Two Computer Science PhD students receive prestigious Microsoft Research Asia Fellowship

19 November 2019
NUS Computing PhD students Tran Duc Muoi (left) and Wang Taining (right) at Microsoft Research Asia in Beijing, China.

19 November 2019 – Computer Science PhD students Tran Duc Muoi and Wang Taining were conferred the 2019 Microsoft Research Asia (MSRA) Fellowship on 8 November. Muoi and Taining received their award at MSRA’s Academic Day 2019 event held at the MSRA headquarters in Beijing, China.

Over 100 PhD candidates from 31 leading universities applied for the fellowship and twelve promising candidates were selected this year. Fellows will receive a cash award of US$10,000 for research and academic activities, an optional three-month internship opportunity at MSRA, and collaboration opportunities with researchers from Microsoft Research.

The MSRA fellowship identifies the next generation of research leaders and offers a prestigious mentorship and academic programme for its fellows. Since its inception in 1999, the programme has received over 1,400 applications and selected 417 PhD students from China, Hong Kong, Taiwan, Japan, Korea and Singapore.

Securing Bitcoin by attacking it

Over the course of his PhD candidature, Muoi devised a partitioning attack against Bitcoin peer-to-peer network which he called the Erebus attack. Perpetrators of the attack isolate one or more Bitcoin nodes from the rest of the network. By partitioning selected nodes, attackers can launch many serious attacks on the network.

One key feature of the Erebus attack is that the attack does not leave any evidence and it can go virtually undetectable. As such, this makes the attack very dangerous for Bitcoin and many other blockchain networks.

Muoi’s presentation on his research was well received by the fellowship selection panel due to the high impact of his work. “This attack is well appreciated by the Bitcoin and blockchain communities because of its high impact,” said Muoi. “The attack affects not only Bitcoin, the most popular blockchain-based cryptocurrency, but several other cryptocurrencies as well.”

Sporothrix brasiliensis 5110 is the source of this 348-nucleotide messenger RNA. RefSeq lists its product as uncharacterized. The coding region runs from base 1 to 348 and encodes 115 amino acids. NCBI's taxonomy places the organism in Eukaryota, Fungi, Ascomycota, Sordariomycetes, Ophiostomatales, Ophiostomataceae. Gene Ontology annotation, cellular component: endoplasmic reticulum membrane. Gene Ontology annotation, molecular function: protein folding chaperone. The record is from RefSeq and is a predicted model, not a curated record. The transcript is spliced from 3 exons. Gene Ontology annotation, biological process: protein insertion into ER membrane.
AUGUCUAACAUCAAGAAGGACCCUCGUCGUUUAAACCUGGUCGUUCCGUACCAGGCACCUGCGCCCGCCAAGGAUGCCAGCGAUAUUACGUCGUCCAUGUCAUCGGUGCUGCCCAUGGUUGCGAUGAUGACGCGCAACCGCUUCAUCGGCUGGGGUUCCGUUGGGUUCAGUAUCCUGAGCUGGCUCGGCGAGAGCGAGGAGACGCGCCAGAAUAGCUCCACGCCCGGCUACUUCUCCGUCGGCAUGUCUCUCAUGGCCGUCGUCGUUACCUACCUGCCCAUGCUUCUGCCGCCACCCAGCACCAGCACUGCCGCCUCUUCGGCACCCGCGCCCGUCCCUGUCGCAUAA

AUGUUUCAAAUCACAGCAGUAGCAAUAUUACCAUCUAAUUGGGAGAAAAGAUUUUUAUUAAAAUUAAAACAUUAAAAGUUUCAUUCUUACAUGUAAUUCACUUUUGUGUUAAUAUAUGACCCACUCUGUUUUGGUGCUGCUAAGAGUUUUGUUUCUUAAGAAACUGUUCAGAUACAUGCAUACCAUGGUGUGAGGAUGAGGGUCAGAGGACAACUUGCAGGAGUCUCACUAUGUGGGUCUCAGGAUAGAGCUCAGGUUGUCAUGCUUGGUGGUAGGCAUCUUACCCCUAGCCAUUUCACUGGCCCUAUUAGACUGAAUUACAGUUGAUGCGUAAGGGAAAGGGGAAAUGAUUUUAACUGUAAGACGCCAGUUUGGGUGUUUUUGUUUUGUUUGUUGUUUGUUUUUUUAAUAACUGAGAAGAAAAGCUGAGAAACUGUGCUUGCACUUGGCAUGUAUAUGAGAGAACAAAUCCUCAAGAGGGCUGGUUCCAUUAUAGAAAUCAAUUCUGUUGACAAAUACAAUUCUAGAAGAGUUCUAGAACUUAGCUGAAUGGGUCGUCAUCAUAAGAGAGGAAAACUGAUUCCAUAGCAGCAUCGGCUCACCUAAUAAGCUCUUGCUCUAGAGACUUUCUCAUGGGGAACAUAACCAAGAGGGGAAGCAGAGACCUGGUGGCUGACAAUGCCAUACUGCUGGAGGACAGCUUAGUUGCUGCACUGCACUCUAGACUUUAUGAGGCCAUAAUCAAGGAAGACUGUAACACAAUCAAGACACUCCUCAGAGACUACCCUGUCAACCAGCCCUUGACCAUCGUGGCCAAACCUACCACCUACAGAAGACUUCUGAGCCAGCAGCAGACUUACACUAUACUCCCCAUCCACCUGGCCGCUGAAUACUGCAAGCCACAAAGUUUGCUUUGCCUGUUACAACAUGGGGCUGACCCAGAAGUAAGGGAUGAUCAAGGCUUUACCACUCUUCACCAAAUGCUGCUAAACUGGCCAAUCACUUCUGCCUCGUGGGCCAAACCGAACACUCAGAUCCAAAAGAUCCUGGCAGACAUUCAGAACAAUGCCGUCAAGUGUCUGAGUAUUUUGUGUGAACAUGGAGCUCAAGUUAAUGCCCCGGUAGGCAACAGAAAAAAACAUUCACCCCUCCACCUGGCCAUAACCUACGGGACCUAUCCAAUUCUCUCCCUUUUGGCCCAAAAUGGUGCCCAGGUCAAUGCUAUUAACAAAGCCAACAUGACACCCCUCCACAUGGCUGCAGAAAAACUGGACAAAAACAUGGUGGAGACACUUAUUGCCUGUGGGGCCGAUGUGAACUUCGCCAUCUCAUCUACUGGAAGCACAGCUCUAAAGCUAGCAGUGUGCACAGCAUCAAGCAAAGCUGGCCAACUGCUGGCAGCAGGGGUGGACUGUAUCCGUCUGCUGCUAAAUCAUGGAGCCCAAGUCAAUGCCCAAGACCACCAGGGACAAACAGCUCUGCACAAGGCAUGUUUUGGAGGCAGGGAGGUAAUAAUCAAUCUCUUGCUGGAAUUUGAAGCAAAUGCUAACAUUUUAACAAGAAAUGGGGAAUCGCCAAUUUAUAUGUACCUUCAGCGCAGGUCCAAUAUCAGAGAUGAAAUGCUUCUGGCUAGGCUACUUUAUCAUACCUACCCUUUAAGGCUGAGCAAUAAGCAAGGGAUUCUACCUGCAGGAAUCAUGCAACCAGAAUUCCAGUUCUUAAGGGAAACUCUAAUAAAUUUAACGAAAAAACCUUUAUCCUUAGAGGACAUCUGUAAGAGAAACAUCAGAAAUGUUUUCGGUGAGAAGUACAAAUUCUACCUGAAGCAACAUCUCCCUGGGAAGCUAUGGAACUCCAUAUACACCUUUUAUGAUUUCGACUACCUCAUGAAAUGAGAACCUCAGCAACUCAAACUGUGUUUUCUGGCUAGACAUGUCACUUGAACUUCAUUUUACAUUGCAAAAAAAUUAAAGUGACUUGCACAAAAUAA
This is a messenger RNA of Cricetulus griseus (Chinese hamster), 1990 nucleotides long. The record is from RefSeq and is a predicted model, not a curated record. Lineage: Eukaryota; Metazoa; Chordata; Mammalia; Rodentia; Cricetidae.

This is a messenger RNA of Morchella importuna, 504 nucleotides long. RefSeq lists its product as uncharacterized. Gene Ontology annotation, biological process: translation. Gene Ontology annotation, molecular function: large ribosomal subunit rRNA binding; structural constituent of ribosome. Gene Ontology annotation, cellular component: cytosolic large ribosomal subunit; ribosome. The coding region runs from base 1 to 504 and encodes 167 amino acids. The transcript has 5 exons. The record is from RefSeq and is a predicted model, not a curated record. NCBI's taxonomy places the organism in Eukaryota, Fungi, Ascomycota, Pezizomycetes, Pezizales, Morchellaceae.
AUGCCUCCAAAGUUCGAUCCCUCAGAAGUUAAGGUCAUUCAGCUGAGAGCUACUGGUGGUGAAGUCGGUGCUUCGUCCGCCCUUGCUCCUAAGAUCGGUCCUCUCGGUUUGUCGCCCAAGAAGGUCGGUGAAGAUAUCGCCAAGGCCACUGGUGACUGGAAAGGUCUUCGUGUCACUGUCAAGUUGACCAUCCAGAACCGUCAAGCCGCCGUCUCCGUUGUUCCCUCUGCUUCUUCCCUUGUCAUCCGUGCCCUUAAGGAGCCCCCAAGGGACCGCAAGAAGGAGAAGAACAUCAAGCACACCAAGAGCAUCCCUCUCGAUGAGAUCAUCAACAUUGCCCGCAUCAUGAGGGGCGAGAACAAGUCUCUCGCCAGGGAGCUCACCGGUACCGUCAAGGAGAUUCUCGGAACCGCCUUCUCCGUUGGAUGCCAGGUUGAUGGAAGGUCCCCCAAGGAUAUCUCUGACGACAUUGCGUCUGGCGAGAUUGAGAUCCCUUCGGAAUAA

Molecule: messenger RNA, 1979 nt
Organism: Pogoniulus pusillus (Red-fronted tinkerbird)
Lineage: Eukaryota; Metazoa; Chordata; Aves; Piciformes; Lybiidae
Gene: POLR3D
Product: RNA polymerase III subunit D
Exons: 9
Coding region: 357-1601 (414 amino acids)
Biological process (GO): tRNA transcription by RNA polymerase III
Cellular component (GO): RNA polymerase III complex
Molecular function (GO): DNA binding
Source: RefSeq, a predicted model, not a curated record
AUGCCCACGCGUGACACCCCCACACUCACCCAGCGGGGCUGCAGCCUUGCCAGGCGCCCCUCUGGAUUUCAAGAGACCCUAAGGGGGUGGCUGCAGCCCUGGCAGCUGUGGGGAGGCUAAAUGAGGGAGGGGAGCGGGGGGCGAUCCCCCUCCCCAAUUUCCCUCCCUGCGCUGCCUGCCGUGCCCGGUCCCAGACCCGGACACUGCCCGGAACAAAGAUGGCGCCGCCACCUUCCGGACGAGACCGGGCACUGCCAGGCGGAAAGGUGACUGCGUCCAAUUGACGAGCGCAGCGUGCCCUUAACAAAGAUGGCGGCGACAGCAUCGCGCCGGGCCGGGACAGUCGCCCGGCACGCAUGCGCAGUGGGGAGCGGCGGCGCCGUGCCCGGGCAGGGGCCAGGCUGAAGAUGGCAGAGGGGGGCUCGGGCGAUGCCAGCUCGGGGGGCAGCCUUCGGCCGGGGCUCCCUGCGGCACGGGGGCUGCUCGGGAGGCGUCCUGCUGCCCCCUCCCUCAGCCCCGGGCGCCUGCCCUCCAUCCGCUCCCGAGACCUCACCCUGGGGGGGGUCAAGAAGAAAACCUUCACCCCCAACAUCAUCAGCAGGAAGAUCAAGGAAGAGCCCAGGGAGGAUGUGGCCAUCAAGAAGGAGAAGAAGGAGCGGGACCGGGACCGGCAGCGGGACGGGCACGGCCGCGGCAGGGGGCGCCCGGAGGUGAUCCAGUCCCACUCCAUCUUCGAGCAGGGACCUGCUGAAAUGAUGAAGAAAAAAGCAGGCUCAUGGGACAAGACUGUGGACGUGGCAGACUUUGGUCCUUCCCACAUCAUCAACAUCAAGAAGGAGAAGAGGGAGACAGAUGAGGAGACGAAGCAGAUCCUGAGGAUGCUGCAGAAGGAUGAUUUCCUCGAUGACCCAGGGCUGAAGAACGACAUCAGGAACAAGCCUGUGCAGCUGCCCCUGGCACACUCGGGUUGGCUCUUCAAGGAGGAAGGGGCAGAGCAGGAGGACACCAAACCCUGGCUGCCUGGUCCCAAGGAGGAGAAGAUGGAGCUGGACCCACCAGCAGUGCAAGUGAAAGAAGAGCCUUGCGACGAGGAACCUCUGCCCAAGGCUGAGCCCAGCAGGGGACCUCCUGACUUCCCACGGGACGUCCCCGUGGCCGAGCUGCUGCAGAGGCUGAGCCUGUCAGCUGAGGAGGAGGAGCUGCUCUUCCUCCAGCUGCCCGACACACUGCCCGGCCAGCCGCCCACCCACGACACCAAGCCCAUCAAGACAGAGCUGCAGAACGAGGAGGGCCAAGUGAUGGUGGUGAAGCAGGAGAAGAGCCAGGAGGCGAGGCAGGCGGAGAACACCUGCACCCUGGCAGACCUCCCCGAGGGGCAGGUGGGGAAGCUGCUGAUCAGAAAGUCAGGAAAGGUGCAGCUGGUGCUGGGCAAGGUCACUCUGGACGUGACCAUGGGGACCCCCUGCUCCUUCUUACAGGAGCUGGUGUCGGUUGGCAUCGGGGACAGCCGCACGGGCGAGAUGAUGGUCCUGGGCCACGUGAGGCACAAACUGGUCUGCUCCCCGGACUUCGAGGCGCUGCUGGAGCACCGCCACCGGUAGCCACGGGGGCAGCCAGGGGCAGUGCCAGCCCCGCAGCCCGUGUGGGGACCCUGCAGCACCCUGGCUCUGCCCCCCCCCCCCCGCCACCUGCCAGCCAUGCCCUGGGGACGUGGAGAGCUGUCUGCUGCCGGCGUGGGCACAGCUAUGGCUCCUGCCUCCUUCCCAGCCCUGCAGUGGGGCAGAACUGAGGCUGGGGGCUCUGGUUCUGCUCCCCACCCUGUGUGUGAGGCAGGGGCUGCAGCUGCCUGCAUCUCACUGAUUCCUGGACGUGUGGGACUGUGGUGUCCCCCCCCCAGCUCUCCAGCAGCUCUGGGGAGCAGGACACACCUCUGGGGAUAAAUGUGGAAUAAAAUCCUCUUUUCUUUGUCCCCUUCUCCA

In addition to formulating the attack, Muoi also proposed several modifications to the blockchain system that would make an Erebus attack significantly more difficult.

Muoi’s paper on the Erebus attack, titled “A Stealthier Partitioning Attack against Bitcoin Peer-to-Peer Network”, has been accepted in the 2020 IEEE Symposium on Security and Privacy (IEEE S&P). The IEEE S&P conference is one of the highest ranking conferences for computer security.

“The MSRA fellowship is one of the most prestigious awards for PhD students in this region and this achievement has encouraged me to continue moving forward in my research journey. This award would not have been possible without the support of my PhD supervisor Dr Kang Min Suk, as well as NUS Computing Associate Professor Prateek Saxena, National Taiwan University Professor Hsiao Hsu-chun and NUS Computing alumnus Dr Loi Luu. Last but not the least, I would not be where I am without the continuous encouragement and unconditional love from my wife Hoang Thi Van Anh,” Muoi added.

Muoi is a fourth-year PhD candidate under the supervision of Assistant Professor Kang Min Suk. His research interests are in the areas of network security and blockchain security and privacy.

Answering queries efficiently

Since starting her PhD candidature in 2016, Taining’s research in databases has led her to develop various solutions on database query optimisation. A query is a request for information from a database. It extracts data from a database and formats it into a human-readable form.

One of the critical tasks in query optimization is the join reordering problem. A join combines records from two tables based on some common information. The join reordering problem is known as the problem of finding an efficient evaluation order for join operators in a query plan. While the problem of join reordering has been well studied, the problem becomes considerably harder when outerjoins or antijoins are involved. To solve this problem, Taining developed a novel approach for queries involving inner-joins, single-sided outer-joins, and antijoins.

According to Taining, her research provided new insights to the classic problems in database. Instead of pursuing state-of-the-art methods, Taining created solutions with good performance improvements with real world applications. Her paper on the topic, “Improving Join Reorderability with Compensation Operators”, was published in the 2018 ACM International Conference on Management of Data (SIGMOD).

Taining is a fourth-year PhD candidate under the supervision of Associate Professor Chan Chee Yong. Her research interests are in the areas of query processing and optimisation, data sampling, applied machine learning, and data analytics. She received her Bachelor’s degree in Computer Science from NUS Computing in 2016.

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